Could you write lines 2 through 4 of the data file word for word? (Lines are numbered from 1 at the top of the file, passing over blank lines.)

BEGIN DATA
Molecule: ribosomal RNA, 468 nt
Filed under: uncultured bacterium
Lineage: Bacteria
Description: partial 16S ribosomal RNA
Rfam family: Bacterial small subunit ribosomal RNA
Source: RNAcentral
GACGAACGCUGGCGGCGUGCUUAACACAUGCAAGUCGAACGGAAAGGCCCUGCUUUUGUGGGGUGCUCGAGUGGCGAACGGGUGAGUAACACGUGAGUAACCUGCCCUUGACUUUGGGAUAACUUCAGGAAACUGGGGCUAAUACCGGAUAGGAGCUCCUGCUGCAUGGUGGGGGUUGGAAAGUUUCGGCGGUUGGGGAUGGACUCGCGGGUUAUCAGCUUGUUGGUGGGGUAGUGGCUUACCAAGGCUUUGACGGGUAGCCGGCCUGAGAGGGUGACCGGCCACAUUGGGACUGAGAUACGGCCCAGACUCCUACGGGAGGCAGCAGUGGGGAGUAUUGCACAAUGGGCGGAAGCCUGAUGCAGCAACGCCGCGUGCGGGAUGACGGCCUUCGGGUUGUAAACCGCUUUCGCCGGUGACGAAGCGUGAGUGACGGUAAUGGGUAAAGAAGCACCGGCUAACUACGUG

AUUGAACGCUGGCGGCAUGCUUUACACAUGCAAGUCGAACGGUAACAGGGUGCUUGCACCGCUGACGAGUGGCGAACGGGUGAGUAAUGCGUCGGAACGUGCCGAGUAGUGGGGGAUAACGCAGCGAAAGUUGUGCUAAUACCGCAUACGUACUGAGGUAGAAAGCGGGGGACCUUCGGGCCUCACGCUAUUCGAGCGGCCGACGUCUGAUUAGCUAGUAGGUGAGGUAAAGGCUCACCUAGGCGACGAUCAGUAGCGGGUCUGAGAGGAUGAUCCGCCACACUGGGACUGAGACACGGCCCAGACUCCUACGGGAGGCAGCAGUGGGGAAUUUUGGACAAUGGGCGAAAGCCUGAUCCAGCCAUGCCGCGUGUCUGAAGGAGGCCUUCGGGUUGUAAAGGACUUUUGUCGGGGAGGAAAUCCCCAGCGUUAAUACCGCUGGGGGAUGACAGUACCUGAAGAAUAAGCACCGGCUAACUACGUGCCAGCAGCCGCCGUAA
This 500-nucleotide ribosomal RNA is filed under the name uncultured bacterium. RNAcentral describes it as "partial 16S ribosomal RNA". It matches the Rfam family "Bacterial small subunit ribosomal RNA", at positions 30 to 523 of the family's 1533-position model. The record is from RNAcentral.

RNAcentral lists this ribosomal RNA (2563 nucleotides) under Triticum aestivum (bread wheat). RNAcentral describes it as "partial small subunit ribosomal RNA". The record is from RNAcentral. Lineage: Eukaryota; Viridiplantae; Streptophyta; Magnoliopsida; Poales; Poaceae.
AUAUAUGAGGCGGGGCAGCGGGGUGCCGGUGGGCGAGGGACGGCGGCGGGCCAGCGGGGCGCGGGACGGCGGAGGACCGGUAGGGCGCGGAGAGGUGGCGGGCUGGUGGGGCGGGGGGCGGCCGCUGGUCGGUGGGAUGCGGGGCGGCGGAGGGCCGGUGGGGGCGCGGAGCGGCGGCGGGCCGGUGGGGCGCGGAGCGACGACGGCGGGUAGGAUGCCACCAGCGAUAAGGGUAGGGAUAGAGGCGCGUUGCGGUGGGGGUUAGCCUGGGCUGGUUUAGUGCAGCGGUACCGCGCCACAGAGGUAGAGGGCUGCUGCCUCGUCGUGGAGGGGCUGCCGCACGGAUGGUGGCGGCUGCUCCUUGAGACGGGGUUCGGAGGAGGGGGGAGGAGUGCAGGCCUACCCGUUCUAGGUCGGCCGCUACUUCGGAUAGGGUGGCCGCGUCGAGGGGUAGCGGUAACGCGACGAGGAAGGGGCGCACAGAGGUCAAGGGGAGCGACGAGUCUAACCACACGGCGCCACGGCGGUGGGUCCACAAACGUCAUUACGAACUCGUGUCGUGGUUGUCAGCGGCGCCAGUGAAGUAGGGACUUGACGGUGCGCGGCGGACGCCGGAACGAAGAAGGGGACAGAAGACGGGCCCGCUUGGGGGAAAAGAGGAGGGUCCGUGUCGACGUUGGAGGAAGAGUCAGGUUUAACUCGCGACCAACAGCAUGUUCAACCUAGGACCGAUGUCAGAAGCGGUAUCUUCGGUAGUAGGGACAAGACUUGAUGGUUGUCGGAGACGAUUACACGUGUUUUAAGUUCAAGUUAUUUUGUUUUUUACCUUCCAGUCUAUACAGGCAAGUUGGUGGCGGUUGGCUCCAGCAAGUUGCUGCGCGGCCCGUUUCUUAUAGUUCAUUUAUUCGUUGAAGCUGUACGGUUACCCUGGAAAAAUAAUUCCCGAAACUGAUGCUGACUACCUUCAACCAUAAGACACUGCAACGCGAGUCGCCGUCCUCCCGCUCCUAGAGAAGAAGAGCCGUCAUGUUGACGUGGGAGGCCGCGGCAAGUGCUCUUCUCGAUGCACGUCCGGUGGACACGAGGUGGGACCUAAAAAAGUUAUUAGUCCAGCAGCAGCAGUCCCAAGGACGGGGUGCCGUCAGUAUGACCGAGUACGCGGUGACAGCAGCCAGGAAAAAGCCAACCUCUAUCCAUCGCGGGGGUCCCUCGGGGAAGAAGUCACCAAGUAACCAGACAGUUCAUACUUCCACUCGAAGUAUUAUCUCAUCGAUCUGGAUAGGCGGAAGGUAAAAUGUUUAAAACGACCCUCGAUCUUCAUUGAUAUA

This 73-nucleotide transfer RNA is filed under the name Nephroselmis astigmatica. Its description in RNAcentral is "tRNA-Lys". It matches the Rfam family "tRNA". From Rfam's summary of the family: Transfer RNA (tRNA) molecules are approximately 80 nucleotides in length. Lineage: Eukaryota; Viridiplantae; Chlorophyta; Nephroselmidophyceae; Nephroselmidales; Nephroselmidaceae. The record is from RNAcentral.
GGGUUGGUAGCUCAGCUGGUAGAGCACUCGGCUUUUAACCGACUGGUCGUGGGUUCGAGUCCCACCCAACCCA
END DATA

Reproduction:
Filed under: uncultured bacterium
Lineage: Bacteria
Description: partial 16S ribosomal RNA